Both the 220 and its big brother the 260 provide a unique customization option, that of "watermarking" images. In most cases (and all the time with the 220), these watermarks will simply consist of either the date and/or time, or a text message. This information can be positioned anywhere in the picture area by specifying offsets from the upper left-hand corner, and can have any of a variety of text and background colors (including transparent/no background). Date and time stamping is nothing new (although usually the location within the frame is fixed), but the DC220 goes one better, allowing you to create a watermark of your logo or other graphic information that can be applied to every picture, the same as the text or date message. Logo watermarks are applied using special ".lgo" formatted files, which must be uploaded from the host computer. Kodak provides a utility for converting standard PNG (portable network graphics) files to the .lgo format, although we didn't explore this option as part of this review. We can imaging the logo watermark capability being used by realtors and others wishing to "brand" their images to indicate origin.
Advanced Exposure Modes Settings
As we discussed earlier, the DC220 supports an "advanced exposure mode": Long Time Exposure, allowing exposure times from 0.5 to 4.0 seconds. (On the DC260, this menu also includes settings for the external flash option.)
The preferences menu system allows you to set a variety of camera defaults, including the date/time, camera name, and several Capture Preferences. Capture Preferences include the file type used to store images (JPEG or FlashPix), the duration of the "Quickview" image review after each image is captured, whether the auto-rotate function is enabled, whether system sounds are enabled (the little clicks and beeps associated with camera operation, menu selection, etc), and the duration of the sleep timeout. (Timeout values of up to 5 minutes can be selected from the on-camera menu system. Different intervals can be set for AC power through the host computer software, up to 10 minutes - strangely, no provision is made for continuous operation, even under AC power.)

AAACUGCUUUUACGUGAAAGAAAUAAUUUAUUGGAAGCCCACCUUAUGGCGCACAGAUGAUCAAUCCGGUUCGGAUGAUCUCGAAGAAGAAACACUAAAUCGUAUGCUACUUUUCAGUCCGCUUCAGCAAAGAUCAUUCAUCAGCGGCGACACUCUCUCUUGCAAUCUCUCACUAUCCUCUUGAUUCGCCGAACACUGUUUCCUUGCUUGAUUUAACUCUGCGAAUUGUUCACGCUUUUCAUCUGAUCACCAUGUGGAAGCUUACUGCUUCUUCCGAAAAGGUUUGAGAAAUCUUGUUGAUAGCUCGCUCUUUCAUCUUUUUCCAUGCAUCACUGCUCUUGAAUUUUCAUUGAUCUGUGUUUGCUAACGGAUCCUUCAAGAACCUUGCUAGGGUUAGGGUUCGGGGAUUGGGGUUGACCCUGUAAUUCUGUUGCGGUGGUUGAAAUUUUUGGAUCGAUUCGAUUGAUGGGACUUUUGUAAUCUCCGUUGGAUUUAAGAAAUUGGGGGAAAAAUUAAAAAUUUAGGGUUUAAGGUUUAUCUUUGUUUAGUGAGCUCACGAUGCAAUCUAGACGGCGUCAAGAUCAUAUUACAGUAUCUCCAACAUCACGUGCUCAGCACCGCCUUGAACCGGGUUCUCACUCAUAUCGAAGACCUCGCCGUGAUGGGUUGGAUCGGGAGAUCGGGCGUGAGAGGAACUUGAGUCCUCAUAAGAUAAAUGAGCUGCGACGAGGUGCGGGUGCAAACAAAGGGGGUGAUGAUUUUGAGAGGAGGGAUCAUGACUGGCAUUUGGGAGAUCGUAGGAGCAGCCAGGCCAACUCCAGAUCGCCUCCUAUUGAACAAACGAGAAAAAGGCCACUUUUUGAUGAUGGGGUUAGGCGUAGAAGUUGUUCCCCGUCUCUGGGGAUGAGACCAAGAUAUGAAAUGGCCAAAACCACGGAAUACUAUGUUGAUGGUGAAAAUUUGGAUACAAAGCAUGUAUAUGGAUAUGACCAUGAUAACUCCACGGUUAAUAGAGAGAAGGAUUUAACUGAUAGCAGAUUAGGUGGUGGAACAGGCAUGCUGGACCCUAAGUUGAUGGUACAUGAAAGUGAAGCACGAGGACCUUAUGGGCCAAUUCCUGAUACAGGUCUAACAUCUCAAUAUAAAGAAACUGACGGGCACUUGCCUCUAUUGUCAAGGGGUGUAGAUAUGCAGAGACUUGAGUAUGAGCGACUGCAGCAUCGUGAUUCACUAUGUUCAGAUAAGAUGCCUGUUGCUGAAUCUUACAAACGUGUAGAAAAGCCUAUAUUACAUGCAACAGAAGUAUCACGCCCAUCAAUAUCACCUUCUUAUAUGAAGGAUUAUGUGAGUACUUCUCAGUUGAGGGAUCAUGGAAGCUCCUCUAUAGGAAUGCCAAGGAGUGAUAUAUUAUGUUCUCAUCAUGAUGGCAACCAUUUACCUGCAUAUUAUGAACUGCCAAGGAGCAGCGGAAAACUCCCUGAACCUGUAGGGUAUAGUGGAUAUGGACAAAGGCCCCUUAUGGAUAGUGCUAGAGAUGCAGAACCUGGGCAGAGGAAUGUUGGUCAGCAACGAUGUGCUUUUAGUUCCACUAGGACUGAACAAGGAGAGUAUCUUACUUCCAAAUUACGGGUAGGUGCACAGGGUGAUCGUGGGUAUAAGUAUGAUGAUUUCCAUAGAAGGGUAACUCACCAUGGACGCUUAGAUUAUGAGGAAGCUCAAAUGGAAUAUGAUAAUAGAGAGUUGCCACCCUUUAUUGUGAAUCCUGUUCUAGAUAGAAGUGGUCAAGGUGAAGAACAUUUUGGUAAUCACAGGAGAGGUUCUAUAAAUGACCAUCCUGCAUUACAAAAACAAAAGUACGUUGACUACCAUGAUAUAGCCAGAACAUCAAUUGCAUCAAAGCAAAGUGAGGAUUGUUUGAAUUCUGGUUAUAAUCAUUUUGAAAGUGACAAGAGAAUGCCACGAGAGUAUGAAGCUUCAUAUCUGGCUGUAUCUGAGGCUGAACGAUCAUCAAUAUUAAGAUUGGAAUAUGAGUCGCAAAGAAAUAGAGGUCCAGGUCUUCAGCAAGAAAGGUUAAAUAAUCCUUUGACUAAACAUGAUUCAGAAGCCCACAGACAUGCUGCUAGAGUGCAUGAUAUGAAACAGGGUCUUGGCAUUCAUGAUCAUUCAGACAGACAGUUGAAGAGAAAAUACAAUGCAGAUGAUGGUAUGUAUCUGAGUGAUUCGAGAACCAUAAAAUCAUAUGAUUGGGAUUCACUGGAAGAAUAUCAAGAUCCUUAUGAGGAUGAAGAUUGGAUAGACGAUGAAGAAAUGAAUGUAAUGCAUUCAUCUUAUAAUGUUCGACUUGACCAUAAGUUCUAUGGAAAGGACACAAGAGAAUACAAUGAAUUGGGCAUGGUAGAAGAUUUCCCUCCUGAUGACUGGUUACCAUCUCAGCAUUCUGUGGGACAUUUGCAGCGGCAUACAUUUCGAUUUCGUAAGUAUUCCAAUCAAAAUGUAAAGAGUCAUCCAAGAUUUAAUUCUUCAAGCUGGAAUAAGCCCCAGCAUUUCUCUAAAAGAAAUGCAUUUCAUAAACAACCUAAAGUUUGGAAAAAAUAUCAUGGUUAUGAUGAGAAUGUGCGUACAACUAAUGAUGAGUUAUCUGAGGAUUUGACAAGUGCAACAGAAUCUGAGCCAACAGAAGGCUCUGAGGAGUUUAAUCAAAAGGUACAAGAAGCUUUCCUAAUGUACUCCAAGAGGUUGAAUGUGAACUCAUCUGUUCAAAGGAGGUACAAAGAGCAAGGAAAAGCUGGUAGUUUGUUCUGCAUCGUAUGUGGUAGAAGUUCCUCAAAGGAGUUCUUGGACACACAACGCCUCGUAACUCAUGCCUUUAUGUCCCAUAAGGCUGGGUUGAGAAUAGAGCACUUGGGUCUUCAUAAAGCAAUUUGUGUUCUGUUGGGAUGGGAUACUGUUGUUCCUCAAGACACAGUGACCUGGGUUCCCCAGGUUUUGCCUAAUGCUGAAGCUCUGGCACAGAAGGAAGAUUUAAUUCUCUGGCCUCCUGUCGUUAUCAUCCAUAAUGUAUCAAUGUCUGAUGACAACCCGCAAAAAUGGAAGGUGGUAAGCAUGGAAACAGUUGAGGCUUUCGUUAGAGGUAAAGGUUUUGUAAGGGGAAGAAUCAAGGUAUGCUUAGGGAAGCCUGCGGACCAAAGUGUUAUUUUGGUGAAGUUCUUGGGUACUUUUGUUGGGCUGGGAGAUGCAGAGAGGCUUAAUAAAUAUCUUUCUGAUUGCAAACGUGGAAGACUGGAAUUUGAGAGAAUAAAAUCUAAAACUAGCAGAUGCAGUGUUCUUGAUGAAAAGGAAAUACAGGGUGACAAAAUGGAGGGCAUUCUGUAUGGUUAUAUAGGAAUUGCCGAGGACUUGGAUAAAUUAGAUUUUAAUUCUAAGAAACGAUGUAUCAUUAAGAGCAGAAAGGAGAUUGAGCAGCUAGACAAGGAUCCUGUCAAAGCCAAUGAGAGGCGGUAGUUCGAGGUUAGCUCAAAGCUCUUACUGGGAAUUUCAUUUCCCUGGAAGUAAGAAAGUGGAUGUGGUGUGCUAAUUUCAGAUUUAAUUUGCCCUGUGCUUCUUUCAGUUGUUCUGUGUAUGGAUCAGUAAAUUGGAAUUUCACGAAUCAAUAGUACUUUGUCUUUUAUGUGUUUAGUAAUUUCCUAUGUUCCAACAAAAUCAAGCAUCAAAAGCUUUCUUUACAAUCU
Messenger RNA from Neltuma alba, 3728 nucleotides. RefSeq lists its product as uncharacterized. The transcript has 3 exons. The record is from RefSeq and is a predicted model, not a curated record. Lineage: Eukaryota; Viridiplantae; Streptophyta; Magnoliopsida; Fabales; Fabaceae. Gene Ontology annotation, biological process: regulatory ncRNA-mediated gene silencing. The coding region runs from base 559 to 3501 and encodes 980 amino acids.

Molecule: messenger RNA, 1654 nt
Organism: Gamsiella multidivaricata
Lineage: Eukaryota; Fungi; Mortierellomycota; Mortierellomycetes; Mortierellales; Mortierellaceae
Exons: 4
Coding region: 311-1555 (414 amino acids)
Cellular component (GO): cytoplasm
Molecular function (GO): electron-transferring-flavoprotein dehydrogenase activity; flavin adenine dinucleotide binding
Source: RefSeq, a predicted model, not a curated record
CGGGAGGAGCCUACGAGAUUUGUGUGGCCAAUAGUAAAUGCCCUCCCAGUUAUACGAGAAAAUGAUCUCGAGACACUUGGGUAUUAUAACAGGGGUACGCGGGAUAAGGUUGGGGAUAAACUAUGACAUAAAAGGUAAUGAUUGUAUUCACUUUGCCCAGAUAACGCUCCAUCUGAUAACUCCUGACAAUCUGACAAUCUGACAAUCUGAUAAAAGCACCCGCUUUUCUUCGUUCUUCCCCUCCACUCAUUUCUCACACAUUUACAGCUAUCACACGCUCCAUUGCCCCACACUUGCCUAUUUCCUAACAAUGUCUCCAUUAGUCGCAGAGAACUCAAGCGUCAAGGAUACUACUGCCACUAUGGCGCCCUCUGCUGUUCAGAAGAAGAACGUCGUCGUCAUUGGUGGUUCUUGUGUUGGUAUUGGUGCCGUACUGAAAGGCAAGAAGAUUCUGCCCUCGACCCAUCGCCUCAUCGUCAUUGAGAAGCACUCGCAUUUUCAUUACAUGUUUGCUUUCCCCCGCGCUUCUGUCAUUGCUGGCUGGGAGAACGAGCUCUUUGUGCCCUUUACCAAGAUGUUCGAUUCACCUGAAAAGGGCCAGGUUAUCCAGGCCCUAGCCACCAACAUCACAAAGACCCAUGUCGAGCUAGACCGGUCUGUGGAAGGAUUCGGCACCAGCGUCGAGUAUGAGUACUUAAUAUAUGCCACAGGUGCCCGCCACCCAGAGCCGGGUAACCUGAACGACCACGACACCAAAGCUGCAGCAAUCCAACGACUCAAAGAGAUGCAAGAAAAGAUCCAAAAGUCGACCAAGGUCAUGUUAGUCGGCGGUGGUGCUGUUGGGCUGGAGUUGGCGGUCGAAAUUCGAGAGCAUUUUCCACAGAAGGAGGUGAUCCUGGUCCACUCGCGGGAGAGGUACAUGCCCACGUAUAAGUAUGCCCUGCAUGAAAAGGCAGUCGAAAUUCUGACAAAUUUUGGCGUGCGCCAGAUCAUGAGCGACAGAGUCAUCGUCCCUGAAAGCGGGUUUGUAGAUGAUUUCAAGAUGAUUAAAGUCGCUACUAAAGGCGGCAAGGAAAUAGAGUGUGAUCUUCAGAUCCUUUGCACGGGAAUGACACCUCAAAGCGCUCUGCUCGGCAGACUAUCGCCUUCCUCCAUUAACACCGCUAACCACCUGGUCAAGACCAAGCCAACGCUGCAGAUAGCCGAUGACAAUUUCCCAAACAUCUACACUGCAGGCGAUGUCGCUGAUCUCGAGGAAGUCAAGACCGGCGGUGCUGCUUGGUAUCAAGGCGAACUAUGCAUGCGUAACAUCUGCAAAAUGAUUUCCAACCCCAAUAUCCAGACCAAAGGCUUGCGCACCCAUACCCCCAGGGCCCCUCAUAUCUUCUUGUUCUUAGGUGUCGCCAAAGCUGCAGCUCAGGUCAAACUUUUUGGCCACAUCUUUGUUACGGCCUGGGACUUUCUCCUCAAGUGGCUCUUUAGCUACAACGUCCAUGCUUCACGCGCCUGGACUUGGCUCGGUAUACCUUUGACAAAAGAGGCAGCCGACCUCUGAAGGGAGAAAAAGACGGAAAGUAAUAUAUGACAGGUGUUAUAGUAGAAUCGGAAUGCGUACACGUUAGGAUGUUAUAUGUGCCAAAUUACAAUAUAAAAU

Picture-Taking Controls (top panel)
When you're actually taking pictures with the camera, you probably don't want to be bothered fiddling with complicated back-panel controls, menus, and buttons. Recognizing this, Kodak has made the most important picture-taking controls accessible via a top-panel LCD display and three buttons. Functions controlled from here include flash, exposure compensation, picture type (still, burst, or time-lapse), and quality (compression level). You cycle through icons representing each of these by pressing the "Scroll" button, and choose settings for each by pressing the "Select" button until the correct value appears. As an aid to interpreting the icon meanings, the LCD display has an alphanumeric region built into it that shows English-language translations of the current icon setting. For convenience, the top-panel options are arranged in approximately the order of likelihood you'd need to access them, with flash settings given highest priority, followed closely by exposure compensation. The third top-panel button, located to the right of the LCD display, turns the camera's self-timer function on or off.
Review Mode

Compared to camera setup, Review mode operation is fairly simple. In Review mode, the camera initially displays the most recently-taken picture on the screen, along with the consecutive frame number, date and time of capture, type of image (single vs. burst), and a "delete" label assigning that function to the leftmost soft key. Initially, the image is displayed at lower resolution, gradually filling-in a higher-resolution view over the course of about 10 seconds for maximum-resolution images. You can step forward or back through images stored on the CF card by using the "<" or ">" directions on the rocker-switch, without waiting for the high-resolution image to display. (It takes 1-2 seconds to move between successive images.) When the camera has completed "drawing" the high-res image, the word "Magnify" appears over the middle soft key. Pressing this key will zoom the image up so that its pixels are at 100% size relative to those of the display screen. You can then scroll your viewing window smoothly around the larger image file by using the rocker-switch like a joystick. Pressing the center soft key reduces the image back to its normal size. Individual images can be deleted at any time with the Delete soft key.